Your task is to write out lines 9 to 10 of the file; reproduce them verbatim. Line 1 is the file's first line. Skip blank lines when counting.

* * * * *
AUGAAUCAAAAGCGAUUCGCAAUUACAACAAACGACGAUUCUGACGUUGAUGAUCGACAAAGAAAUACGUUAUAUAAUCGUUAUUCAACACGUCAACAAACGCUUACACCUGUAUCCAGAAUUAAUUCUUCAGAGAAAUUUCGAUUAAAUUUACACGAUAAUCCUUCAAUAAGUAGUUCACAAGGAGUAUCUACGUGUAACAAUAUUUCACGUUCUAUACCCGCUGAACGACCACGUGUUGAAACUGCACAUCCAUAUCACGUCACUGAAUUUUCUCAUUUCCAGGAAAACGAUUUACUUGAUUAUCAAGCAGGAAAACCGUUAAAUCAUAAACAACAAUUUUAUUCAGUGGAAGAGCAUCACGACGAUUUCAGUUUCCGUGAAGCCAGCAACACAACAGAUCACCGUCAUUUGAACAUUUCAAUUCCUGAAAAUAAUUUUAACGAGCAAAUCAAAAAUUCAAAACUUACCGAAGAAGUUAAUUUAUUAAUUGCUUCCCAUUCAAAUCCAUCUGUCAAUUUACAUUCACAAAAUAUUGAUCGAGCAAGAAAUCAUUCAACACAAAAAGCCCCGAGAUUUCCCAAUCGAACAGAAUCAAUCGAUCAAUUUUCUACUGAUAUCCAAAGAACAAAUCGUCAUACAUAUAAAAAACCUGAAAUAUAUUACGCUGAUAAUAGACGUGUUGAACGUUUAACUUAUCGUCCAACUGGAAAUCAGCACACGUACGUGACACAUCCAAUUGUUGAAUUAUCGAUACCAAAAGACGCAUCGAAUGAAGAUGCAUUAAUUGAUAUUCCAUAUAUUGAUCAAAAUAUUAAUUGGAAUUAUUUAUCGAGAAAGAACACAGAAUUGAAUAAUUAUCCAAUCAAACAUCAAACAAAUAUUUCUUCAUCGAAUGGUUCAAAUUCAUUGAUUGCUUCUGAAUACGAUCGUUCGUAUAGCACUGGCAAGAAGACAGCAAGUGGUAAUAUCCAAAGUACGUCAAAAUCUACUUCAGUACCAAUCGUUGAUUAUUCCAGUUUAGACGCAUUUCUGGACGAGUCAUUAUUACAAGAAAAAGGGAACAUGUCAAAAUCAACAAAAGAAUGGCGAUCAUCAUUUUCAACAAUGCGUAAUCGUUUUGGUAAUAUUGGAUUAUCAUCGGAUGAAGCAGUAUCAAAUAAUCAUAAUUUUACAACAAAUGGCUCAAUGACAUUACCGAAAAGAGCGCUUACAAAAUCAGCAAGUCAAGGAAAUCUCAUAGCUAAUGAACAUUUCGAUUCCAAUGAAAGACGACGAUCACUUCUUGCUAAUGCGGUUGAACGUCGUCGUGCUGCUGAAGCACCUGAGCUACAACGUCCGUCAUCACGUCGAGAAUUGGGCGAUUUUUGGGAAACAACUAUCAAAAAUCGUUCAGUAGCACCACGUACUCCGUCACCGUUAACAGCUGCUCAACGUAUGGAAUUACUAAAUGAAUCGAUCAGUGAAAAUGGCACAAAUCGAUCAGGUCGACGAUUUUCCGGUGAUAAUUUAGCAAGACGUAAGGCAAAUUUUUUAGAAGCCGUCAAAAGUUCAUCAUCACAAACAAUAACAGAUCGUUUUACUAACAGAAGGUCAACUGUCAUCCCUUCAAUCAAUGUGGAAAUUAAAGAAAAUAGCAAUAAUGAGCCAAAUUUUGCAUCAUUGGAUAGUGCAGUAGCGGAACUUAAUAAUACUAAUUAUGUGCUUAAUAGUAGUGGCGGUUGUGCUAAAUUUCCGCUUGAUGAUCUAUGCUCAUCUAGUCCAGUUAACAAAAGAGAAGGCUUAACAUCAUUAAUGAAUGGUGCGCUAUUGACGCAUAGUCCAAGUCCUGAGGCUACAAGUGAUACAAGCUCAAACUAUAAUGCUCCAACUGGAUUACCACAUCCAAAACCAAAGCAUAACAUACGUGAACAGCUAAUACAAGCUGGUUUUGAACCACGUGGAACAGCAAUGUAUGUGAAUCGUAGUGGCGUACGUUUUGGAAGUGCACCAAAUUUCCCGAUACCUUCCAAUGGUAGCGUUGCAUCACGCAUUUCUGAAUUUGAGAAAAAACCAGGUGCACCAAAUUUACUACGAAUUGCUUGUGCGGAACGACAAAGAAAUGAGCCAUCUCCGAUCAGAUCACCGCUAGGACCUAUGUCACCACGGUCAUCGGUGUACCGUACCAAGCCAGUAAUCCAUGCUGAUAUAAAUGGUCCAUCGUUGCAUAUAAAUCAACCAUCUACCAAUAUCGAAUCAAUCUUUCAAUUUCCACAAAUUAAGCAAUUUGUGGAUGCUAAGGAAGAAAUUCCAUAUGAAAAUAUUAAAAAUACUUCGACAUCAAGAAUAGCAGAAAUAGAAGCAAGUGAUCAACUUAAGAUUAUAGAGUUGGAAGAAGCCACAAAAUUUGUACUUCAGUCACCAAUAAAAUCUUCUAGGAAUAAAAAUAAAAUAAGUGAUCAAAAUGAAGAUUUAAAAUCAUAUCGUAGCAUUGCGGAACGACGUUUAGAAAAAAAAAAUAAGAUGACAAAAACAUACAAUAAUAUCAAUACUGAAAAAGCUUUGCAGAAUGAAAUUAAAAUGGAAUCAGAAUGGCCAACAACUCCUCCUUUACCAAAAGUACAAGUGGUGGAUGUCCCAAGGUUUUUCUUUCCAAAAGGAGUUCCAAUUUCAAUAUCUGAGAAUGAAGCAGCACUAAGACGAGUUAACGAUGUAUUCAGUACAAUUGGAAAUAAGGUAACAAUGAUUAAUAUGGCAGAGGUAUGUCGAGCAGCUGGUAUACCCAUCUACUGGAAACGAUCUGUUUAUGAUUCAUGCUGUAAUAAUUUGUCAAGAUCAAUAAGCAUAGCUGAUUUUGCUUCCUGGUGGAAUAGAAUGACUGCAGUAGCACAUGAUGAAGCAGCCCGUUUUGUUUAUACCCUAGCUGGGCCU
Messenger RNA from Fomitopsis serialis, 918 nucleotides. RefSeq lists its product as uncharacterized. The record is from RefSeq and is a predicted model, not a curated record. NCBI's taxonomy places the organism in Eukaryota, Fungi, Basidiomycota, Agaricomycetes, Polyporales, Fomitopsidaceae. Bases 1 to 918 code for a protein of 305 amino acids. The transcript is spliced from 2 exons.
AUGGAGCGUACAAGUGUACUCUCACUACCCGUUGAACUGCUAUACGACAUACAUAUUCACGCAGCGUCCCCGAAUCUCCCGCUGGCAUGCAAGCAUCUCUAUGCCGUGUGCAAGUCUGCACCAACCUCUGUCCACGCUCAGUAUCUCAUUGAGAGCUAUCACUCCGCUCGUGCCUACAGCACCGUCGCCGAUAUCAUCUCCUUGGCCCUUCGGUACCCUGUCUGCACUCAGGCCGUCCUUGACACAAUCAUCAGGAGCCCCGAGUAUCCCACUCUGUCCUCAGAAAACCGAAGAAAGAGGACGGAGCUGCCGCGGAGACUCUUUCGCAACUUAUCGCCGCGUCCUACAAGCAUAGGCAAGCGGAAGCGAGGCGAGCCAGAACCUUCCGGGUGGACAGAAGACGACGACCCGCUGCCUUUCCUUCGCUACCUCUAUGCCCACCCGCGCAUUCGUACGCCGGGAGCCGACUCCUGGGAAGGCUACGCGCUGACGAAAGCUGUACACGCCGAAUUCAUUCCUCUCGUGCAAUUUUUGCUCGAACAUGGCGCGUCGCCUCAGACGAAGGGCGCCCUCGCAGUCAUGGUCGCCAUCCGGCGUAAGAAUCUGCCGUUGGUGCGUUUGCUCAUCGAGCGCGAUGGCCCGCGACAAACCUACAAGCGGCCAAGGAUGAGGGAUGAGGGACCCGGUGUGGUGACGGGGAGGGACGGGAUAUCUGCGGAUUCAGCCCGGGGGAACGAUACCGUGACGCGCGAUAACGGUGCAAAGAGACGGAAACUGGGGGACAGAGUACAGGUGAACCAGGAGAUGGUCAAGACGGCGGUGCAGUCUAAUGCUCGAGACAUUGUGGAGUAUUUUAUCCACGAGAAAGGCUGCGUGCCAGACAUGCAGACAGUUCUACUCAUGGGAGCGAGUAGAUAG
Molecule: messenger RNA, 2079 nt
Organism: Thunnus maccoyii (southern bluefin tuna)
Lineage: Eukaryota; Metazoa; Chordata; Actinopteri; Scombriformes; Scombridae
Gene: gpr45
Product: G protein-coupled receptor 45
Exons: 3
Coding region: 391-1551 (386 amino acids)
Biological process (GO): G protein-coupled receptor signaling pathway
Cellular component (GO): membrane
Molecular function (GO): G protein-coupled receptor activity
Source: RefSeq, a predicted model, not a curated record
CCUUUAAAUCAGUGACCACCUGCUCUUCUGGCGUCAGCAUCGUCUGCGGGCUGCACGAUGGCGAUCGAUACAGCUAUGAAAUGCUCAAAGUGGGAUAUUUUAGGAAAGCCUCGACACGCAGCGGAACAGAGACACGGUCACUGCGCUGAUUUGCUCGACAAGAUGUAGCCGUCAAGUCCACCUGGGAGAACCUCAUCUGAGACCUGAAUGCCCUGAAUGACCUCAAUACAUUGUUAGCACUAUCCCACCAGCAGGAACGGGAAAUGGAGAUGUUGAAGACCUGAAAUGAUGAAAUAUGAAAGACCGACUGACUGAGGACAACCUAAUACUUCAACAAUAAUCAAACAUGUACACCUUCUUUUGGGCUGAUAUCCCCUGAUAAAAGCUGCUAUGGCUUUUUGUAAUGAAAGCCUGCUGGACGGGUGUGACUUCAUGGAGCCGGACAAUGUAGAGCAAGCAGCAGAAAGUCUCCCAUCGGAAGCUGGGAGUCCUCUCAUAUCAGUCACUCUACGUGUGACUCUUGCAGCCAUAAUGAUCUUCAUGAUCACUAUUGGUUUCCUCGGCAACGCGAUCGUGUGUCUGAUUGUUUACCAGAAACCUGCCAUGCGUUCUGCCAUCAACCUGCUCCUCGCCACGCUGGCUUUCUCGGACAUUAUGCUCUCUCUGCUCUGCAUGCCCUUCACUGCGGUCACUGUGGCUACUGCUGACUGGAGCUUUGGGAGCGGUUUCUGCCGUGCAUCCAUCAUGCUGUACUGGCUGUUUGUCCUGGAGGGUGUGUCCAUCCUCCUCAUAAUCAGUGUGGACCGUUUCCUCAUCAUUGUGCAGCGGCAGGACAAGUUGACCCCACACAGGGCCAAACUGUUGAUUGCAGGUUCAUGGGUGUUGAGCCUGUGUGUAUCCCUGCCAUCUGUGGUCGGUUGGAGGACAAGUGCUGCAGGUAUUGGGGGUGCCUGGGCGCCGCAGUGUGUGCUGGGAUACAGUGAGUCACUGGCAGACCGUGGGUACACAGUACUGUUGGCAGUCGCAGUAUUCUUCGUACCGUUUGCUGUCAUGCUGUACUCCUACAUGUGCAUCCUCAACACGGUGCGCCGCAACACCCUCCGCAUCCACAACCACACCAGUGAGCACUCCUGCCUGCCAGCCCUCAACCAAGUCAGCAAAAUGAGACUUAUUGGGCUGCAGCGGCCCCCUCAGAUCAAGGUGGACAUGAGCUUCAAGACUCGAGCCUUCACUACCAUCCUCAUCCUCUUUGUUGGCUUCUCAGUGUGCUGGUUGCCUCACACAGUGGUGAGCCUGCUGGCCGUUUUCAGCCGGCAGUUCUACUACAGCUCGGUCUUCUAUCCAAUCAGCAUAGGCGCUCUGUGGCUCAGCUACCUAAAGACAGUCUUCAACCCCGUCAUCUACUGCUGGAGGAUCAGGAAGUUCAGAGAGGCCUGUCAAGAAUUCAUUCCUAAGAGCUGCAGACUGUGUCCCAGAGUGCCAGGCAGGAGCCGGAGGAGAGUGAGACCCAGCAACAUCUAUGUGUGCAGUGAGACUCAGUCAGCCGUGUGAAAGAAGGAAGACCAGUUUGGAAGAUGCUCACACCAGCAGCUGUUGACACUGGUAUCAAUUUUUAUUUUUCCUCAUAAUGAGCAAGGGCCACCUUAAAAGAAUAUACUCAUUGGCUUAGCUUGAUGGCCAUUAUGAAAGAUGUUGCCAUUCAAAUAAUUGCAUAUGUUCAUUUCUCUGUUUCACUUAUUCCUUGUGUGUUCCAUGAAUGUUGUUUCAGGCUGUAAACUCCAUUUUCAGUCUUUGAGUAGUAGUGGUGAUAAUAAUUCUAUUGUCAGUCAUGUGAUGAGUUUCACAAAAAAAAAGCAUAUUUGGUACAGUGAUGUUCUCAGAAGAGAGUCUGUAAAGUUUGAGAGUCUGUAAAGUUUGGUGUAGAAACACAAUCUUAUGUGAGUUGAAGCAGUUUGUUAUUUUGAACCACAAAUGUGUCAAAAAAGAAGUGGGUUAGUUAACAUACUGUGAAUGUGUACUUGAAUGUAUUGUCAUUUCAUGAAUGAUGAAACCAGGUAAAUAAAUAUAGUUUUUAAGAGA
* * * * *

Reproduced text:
Exons: 3
Coding region: 391-1551 (386 amino acids)